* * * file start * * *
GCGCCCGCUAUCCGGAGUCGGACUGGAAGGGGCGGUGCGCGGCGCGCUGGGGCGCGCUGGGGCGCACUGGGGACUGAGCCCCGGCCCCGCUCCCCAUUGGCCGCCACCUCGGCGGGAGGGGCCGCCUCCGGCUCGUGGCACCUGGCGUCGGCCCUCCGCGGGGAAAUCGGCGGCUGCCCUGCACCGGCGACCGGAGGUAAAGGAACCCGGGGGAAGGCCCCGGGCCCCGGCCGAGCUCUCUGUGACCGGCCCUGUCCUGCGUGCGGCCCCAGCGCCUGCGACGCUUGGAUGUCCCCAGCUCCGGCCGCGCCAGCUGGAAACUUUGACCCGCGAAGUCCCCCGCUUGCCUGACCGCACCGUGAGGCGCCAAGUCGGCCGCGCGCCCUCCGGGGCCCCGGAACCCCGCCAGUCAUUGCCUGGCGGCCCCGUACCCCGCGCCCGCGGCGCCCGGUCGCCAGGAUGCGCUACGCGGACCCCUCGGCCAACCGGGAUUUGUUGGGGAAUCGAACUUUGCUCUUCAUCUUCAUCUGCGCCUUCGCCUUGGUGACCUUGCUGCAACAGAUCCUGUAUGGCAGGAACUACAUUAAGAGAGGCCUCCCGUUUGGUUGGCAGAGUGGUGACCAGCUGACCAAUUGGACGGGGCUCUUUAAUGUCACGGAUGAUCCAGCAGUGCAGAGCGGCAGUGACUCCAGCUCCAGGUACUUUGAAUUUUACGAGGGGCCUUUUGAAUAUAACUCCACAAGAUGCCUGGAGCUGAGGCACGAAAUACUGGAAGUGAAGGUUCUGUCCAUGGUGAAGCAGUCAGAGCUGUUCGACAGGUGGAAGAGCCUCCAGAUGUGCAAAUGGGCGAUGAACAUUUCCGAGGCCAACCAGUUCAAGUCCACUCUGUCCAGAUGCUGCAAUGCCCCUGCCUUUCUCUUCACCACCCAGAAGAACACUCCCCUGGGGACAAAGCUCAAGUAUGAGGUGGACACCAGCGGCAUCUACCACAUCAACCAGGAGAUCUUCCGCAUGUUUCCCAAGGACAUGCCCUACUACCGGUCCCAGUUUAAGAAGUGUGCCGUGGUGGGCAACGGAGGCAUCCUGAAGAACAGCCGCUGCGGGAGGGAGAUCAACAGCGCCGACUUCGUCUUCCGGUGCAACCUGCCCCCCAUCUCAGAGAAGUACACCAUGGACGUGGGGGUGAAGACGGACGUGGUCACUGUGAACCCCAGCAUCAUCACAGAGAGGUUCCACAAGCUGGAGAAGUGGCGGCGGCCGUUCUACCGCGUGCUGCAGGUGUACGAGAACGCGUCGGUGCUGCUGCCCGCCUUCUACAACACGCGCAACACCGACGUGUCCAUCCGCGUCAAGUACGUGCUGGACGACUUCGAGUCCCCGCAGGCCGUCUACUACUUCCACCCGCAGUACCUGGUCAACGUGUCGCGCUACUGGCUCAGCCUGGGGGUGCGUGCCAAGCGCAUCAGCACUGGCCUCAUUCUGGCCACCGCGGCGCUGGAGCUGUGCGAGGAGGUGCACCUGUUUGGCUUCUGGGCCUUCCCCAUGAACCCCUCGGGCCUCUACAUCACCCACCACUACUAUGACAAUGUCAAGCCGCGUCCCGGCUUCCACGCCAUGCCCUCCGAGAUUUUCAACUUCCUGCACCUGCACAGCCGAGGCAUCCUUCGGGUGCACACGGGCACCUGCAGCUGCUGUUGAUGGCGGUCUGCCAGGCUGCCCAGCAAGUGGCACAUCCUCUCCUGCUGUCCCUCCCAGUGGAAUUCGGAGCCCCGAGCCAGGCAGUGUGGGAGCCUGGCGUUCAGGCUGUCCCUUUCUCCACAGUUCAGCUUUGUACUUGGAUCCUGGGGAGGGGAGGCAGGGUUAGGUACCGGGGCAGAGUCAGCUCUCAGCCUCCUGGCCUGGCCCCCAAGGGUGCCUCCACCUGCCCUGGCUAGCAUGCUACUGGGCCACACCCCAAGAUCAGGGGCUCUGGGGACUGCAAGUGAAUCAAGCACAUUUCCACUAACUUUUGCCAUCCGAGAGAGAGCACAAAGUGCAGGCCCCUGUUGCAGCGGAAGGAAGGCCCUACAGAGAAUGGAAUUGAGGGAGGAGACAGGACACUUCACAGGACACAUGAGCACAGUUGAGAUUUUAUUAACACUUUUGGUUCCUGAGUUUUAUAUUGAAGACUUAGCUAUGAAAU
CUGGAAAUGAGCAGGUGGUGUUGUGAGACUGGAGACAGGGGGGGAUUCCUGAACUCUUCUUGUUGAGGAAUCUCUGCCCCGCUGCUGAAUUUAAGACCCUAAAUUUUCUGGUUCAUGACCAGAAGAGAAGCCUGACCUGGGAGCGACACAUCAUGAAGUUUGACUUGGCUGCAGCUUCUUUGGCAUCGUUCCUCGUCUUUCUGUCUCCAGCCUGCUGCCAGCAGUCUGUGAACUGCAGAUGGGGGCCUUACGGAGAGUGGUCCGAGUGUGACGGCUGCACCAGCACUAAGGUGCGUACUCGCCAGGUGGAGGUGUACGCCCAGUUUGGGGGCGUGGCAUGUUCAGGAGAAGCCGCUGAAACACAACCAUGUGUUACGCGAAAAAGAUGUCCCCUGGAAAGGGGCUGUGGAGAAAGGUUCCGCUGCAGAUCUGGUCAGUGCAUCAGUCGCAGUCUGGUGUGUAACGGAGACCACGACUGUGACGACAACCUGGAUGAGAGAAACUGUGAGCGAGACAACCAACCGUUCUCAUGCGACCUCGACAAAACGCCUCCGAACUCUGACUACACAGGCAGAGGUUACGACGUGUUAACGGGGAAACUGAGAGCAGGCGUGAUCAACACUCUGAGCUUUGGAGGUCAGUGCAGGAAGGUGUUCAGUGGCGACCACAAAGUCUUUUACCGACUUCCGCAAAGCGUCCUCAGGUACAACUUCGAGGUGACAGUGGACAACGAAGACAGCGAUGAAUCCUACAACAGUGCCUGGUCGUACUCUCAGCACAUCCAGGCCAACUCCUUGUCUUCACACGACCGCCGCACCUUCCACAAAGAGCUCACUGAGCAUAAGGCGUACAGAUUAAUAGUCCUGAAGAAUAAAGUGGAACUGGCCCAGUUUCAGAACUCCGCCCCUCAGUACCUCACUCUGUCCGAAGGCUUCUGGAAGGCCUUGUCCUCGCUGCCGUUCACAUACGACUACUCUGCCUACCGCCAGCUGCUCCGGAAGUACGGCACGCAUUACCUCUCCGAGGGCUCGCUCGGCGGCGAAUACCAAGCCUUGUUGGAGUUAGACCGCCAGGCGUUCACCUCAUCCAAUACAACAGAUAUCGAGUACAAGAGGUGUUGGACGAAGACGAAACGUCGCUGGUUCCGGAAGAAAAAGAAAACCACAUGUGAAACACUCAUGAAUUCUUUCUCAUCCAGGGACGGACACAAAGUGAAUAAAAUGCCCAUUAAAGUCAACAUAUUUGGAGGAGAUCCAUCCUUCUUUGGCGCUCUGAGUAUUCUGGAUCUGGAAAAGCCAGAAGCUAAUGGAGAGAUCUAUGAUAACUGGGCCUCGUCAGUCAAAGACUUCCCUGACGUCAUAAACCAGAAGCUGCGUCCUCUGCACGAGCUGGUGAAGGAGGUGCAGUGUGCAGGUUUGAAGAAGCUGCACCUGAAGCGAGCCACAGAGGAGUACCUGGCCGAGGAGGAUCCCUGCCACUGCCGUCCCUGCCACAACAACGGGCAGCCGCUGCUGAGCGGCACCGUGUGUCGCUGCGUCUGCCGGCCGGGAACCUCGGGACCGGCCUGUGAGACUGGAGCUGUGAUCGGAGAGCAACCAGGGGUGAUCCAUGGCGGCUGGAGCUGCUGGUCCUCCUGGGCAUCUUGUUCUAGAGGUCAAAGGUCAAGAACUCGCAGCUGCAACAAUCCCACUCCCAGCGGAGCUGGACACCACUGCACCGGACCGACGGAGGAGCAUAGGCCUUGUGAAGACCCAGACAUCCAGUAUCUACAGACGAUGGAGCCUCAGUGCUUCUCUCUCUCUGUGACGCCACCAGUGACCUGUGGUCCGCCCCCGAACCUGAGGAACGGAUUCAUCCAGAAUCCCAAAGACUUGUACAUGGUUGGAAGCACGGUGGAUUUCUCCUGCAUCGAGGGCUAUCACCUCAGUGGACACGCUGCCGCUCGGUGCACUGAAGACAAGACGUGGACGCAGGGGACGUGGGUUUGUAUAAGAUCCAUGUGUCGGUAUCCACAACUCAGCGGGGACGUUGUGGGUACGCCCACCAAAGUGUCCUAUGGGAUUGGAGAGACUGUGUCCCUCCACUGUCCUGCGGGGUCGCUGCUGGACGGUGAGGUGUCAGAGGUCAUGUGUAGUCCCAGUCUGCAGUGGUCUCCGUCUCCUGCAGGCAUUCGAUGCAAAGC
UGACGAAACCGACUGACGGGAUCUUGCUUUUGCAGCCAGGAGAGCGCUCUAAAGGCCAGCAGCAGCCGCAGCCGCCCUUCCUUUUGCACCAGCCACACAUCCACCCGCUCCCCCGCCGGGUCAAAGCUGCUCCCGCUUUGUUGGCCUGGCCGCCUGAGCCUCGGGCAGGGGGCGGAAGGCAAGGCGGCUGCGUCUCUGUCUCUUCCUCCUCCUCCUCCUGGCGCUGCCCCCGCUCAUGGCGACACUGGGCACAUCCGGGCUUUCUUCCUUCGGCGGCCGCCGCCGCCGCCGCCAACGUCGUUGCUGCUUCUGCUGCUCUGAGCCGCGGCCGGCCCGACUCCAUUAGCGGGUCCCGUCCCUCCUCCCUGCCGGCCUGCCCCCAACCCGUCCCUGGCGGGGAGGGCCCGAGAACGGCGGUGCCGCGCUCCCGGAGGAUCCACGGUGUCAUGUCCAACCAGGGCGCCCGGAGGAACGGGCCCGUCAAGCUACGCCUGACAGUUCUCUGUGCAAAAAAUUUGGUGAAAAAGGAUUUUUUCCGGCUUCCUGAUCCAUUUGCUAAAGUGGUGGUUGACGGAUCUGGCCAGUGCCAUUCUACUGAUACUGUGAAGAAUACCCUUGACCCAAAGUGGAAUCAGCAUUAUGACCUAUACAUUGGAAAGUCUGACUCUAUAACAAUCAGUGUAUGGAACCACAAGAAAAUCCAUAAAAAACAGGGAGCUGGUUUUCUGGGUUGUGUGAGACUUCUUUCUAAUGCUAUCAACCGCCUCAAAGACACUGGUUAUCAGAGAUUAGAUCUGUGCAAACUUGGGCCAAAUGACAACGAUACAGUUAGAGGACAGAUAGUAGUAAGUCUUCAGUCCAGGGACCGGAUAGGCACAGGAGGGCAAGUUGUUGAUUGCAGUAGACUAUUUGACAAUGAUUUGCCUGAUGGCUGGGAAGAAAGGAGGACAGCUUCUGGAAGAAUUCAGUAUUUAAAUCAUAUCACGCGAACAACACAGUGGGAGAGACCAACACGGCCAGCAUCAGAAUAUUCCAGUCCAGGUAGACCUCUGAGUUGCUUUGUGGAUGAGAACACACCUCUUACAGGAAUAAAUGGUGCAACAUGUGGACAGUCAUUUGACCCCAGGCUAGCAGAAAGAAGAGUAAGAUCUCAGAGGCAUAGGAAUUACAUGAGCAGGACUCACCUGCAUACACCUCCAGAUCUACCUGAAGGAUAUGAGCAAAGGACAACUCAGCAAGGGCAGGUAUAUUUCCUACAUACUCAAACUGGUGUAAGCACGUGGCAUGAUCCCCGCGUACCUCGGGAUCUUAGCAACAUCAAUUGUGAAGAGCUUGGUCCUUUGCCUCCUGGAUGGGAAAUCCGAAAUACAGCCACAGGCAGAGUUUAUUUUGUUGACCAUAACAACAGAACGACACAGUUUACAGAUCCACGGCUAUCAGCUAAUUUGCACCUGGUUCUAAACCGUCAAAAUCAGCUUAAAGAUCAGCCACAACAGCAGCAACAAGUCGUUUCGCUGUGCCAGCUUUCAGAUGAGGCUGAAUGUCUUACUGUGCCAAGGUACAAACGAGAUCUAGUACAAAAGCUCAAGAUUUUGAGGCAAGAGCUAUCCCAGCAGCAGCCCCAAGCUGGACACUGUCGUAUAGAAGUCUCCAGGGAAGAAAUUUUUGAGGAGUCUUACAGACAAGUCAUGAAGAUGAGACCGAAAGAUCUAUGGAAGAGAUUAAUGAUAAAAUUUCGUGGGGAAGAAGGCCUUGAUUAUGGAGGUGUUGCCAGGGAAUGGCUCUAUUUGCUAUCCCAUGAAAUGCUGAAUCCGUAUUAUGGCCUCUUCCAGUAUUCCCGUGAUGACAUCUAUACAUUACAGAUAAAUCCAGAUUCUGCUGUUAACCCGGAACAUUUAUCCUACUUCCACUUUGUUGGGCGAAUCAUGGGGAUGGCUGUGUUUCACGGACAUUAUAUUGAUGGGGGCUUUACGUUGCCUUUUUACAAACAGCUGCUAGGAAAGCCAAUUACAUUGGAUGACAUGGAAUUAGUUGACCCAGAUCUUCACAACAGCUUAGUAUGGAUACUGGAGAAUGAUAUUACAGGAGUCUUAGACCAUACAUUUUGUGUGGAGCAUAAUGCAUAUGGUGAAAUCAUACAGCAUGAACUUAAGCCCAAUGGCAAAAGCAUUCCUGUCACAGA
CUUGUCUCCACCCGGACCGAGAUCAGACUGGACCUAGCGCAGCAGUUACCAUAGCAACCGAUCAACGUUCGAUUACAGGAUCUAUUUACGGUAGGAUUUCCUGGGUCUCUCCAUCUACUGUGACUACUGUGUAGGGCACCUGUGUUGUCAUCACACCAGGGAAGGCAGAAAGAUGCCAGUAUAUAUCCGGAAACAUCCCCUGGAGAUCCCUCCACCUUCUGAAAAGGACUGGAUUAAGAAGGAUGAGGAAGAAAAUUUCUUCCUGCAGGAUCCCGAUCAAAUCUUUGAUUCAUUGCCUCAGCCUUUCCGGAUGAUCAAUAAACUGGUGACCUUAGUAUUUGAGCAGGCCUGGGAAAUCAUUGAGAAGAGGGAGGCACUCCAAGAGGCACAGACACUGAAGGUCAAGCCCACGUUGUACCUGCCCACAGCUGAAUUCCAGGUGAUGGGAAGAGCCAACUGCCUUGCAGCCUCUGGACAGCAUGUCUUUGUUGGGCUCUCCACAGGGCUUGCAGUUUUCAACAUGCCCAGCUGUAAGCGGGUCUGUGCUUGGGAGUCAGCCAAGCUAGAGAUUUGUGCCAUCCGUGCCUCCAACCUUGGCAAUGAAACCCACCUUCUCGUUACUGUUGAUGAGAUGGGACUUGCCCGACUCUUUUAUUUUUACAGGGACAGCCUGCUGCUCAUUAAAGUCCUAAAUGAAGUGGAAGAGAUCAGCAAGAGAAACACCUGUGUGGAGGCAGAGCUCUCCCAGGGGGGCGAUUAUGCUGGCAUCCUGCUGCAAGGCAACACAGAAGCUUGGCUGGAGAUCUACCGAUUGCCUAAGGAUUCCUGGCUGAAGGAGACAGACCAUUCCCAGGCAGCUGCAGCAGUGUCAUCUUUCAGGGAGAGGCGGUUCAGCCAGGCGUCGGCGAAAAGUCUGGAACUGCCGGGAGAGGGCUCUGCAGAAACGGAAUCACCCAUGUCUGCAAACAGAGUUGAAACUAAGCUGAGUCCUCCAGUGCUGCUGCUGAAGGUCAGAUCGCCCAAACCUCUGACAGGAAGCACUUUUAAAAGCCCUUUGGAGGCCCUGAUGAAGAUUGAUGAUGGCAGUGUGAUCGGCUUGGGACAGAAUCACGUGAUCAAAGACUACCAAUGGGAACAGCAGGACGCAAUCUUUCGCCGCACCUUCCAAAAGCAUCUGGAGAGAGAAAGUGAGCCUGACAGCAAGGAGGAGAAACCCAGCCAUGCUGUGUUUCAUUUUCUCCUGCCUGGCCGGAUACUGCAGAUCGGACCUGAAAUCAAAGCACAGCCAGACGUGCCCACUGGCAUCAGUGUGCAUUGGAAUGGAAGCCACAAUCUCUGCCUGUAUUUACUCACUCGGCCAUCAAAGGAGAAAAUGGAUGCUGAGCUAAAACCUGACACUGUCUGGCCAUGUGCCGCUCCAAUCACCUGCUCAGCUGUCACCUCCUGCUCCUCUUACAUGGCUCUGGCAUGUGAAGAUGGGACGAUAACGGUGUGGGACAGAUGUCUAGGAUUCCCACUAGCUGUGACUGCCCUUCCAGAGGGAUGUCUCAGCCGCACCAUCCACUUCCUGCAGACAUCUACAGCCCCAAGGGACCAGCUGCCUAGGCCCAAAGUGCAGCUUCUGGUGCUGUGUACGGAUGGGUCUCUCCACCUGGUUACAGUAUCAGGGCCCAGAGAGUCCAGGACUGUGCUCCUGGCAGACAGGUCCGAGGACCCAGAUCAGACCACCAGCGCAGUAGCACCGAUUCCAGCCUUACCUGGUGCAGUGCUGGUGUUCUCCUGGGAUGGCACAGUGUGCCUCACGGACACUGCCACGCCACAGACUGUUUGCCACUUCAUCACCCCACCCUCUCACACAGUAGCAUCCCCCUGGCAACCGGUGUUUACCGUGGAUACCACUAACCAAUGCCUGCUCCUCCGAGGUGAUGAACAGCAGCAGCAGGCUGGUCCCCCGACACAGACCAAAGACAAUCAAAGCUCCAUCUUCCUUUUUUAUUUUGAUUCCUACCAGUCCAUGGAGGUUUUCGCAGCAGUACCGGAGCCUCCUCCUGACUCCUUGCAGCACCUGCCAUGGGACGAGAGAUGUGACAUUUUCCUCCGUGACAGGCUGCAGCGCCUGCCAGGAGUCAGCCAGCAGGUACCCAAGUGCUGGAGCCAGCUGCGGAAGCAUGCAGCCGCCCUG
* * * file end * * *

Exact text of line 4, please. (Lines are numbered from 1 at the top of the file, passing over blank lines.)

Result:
CUUGUCUCCACCCGGACCGAGAUCAGACUGGACCUAGCGCAGCAGUUACCAUAGCAACCGAUCAACGUUCGAUUACAGGAUCUAUUUACGGUAGGAUUUCCUGGGUCUCUCCAUCUACUGUGACUACUGUGUAGGGCACCUGUGUUGUCAUCACACCAGGGAAGGCAGAAAGAUGCCAGUAUAUAUCCGGAAACAUCCCCUGGAGAUCCCUCCACCUUCUGAAAAGGACUGGAUUAAGAAGGAUGAGGAAGAAAAUUUCUUCCUGCAGGAUCCCGAUCAAAUCUUUGAUUCAUUGCCUCAGCCUUUCCGGAUGAUCAAUAAACUGGUGACCUUAGUAUUUGAGCAGGCCUGGGAAAUCAUUGAGAAGAGGGAGGCACUCCAAGAGGCACAGACACUGAAGGUCAAGCCCACGUUGUACCUGCCCACAGCUGAAUUCCAGGUGAUGGGAAGAGCCAACUGCCUUGCAGCCUCUGGACAGCAUGUCUUUGUUGGGCUCUCCACAGGGCUUGCAGUUUUCAACAUGCCCAGCUGUAAGCGGGUCUGUGCUUGGGAGUCAGCCAAGCUAGAGAUUUGUGCCAUCCGUGCCUCCAACCUUGGCAAUGAAACCCACCUUCUCGUUACUGUUGAUGAGAUGGGACUUGCCCGACUCUUUUAUUUUUACAGGGACAGCCUGCUGCUCAUUAAAGUCCUAAAUGAAGUGGAAGAGAUCAGCAAGAGAAACACCUGUGUGGAGGCAGAGCUCUCCCAGGGGGGCGAUUAUGCUGGCAUCCUGCUGCAAGGCAACACAGAAGCUUGGCUGGAGAUCUACCGAUUGCCUAAGGAUUCCUGGCUGAAGGAGACAGACCAUUCCCAGGCAGCUGCAGCAGUGUCAUCUUUCAGGGAGAGGCGGUUCAGCCAGGCGUCGGCGAAAAGUCUGGAACUGCCGGGAGAGGGCUCUGCAGAAACGGAAUCACCCAUGUCUGCAAACAGAGUUGAAACUAAGCUGAGUCCUCCAGUGCUGCUGCUGAAGGUCAGAUCGCCCAAACCUCUGACAGGAAGCACUUUUAAAAGCCCUUUGGAGGCCCUGAUGAAGAUUGAUGAUGGCAGUGUGAUCGGCUUGGGACAGAAUCACGUGAUCAAAGACUACCAAUGGGAACAGCAGGACGCAAUCUUUCGCCGCACCUUCCAAAAGCAUCUGGAGAGAGAAAGUGAGCCUGACAGCAAGGAGGAGAAACCCAGCCAUGCUGUGUUUCAUUUUCUCCUGCCUGGCCGGAUACUGCAGAUCGGACCUGAAAUCAAAGCACAGCCAGACGUGCCCACUGGCAUCAGUGUGCAUUGGAAUGGAAGCCACAAUCUCUGCCUGUAUUUACUCACUCGGCCAUCAAAGGAGAAAAUGGAUGCUGAGCUAAAACCUGACACUGUCUGGCCAUGUGCCGCUCCAAUCACCUGCUCAGCUGUCACCUCCUGCUCCUCUUACAUGGCUCUGGCAUGUGAAGAUGGGACGAUAACGGUGUGGGACAGAUGUCUAGGAUUCCCACUAGCUGUGACUGCCCUUCCAGAGGGAUGUCUCAGCCGCACCAUCCACUUCCUGCAGACAUCUACAGCCCCAAGGGACCAGCUGCCUAGGCCCAAAGUGCAGCUUCUGGUGCUGUGUACGGAUGGGUCUCUCCACCUGGUUACAGUAUCAGGGCCCAGAGAGUCCAGGACUGUGCUCCUGGCAGACAGGUCCGAGGACCCAGAUCAGACCACCAGCGCAGUAGCACCGAUUCCAGCCUUACCUGGUGCAGUGCUGGUGUUCUCCUGGGAUGGCACAGUGUGCCUCACGGACACUGCCACGCCACAGACUGUUUGCCACUUCAUCACCCCACCCUCUCACACAGUAGCAUCCCCCUGGCAACCGGUGUUUACCGUGGAUACCACUAACCAAUGCCUGCUCCUCCGAGGUGAUGAACAGCAGCAGCAGGCUGGUCCCCCGACACAGACCAAAGACAAUCAAAGCUCCAUCUUCCUUUUUUAUUUUGAUUCCUACCAGUCCAUGGAGGUUUUCGCAGCAGUACCGGAGCCUCCUCCUGACUCCUUGCAGCACCUGCCAUGGGACGAGAGAUGUGACAUUUUCCUCCGUGACAGGCUGCAGCGCCUGCCAGGAGUCAGCCAGCAGGUACCCAAGUGCUGGAGCCAGCUGCGGAAGCAUGCAGCCGCCCUG